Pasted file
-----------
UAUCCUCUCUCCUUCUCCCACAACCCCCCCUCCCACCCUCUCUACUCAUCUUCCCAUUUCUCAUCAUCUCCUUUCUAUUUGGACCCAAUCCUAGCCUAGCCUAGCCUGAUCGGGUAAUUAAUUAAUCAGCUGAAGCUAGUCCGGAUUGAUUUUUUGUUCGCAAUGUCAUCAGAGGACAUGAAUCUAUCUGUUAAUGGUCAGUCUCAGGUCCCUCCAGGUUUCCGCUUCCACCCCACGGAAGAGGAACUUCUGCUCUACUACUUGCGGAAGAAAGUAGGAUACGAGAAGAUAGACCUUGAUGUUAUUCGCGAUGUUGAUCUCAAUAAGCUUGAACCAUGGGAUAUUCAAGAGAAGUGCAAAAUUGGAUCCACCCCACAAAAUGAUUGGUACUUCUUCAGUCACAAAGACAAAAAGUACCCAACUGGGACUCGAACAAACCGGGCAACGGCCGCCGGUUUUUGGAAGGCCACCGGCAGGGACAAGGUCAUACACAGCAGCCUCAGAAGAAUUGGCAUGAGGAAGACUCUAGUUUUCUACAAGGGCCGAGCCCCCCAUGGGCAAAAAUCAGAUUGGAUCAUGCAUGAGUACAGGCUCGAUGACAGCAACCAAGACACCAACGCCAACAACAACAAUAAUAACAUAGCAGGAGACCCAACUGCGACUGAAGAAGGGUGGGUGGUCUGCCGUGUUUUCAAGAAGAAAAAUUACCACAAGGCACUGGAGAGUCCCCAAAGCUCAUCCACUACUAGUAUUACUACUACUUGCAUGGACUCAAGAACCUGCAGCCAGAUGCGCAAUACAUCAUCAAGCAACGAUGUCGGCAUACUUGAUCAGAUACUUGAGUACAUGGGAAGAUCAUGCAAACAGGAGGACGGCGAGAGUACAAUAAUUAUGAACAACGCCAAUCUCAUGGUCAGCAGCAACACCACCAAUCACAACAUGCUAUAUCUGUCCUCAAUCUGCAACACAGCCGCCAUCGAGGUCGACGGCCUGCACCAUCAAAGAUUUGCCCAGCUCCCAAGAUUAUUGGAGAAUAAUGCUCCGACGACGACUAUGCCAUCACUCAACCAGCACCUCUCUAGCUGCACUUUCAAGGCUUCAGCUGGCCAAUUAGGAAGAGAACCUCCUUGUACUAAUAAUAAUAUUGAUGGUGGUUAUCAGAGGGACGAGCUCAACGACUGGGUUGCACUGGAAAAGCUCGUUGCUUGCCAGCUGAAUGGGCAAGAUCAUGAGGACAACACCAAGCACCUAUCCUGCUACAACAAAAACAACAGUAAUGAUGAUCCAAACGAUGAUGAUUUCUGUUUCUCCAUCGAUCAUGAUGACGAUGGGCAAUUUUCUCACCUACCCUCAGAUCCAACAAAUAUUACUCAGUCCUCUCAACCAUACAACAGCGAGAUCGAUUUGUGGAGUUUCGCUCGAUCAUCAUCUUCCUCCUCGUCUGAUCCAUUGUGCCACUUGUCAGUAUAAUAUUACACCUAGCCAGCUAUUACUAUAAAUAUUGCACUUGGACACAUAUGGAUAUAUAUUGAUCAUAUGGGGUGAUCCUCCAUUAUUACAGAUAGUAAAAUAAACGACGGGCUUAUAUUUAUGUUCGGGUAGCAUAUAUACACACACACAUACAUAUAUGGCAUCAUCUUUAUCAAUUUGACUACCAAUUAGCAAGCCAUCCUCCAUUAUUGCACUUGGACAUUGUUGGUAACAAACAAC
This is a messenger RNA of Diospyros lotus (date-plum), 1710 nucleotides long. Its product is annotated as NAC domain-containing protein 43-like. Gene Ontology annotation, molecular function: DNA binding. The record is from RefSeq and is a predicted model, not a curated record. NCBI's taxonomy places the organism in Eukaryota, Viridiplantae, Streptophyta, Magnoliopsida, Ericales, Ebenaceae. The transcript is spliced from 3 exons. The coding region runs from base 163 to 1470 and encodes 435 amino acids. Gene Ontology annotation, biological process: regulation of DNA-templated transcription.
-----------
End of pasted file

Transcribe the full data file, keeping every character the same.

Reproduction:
UAUCCUCUCUCCUUCUCCCACAACCCCCCCUCCCACCCUCUCUACUCAUCUUCCCAUUUCUCAUCAUCUCCUUUCUAUUUGGACCCAAUCCUAGCCUAGCCUAGCCUGAUCGGGUAAUUAAUUAAUCAGCUGAAGCUAGUCCGGAUUGAUUUUUUGUUCGCAAUGUCAUCAGAGGACAUGAAUCUAUCUGUUAAUGGUCAGUCUCAGGUCCCUCCAGGUUUCCGCUUCCACCCCACGGAAGAGGAACUUCUGCUCUACUACUUGCGGAAGAAAGUAGGAUACGAGAAGAUAGACCUUGAUGUUAUUCGCGAUGUUGAUCUCAAUAAGCUUGAACCAUGGGAUAUUCAAGAGAAGUGCAAAAUUGGAUCCACCCCACAAAAUGAUUGGUACUUCUUCAGUCACAAAGACAAAAAGUACCCAACUGGGACUCGAACAAACCGGGCAACGGCCGCCGGUUUUUGGAAGGCCACCGGCAGGGACAAGGUCAUACACAGCAGCCUCAGAAGAAUUGGCAUGAGGAAGACUCUAGUUUUCUACAAGGGCCGAGCCCCCCAUGGGCAAAAAUCAGAUUGGAUCAUGCAUGAGUACAGGCUCGAUGACAGCAACCAAGACACCAACGCCAACAACAACAAUAAUAACAUAGCAGGAGACCCAACUGCGACUGAAGAAGGGUGGGUGGUCUGCCGUGUUUUCAAGAAGAAAAAUUACCACAAGGCACUGGAGAGUCCCCAAAGCUCAUCCACUACUAGUAUUACUACUACUUGCAUGGACUCAAGAACCUGCAGCCAGAUGCGCAAUACAUCAUCAAGCAACGAUGUCGGCAUACUUGAUCAGAUACUUGAGUACAUGGGAAGAUCAUGCAAACAGGAGGACGGCGAGAGUACAAUAAUUAUGAACAACGCCAAUCUCAUGGUCAGCAGCAACACCACCAAUCACAACAUGCUAUAUCUGUCCUCAAUCUGCAACACAGCCGCCAUCGAGGUCGACGGCCUGCACCAUCAAAGAUUUGCCCAGCUCCCAAGAUUAUUGGAGAAUAAUGCUCCGACGACGACUAUGCCAUCACUCAACCAGCACCUCUCUAGCUGCACUUUCAAGGCUUCAGCUGGCCAAUUAGGAAGAGAACCUCCUUGUACUAAUAAUAAUAUUGAUGGUGGUUAUCAGAGGGACGAGCUCAACGACUGGGUUGCACUGGAAAAGCUCGUUGCUUGCCAGCUGAAUGGGCAAGAUCAUGAGGACAACACCAAGCACCUAUCCUGCUACAACAAAAACAACAGUAAUGAUGAUCCAAACGAUGAUGAUUUCUGUUUCUCCAUCGAUCAUGAUGACGAUGGGCAAUUUUCUCACCUACCCUCAGAUCCAACAAAUAUUACUCAGUCCUCUCAACCAUACAACAGCGAGAUCGAUUUGUGGAGUUUCGCUCGAUCAUCAUCUUCCUCCUCGUCUGAUCCAUUGUGCCACUUGUCAGUAUAAUAUUACACCUAGCCAGCUAUUACUAUAAAUAUUGCACUUGGACACAUAUGGAUAUAUAUUGAUCAUAUGGGGUGAUCCUCCAUUAUUACAGAUAGUAAAAUAAACGACGGGCUUAUAUUUAUGUUCGGGUAGCAUAUAUACACACACACAUACAUAUAUGGCAUCAUCUUUAUCAAUUUGACUACCAAUUAGCAAGCCAUCCUCCAUUAUUGCACUUGGACAUUGUUGGUAACAAACAAC
This is a messenger RNA of Diospyros lotus (date-plum), 1710 nucleotides long. Its product is annotated as NAC domain-containing protein 43-like. Gene Ontology annotation, molecular function: DNA binding. The record is from RefSeq and is a predicted model, not a curated record. NCBI's taxonomy places the organism in Eukaryota, Viridiplantae, Streptophyta, Magnoliopsida, Ericales, Ebenaceae. The transcript is spliced from 3 exons. The coding region runs from base 163 to 1470 and encodes 435 amino acids. Gene Ontology annotation, biological process: regulation of DNA-templated transcription.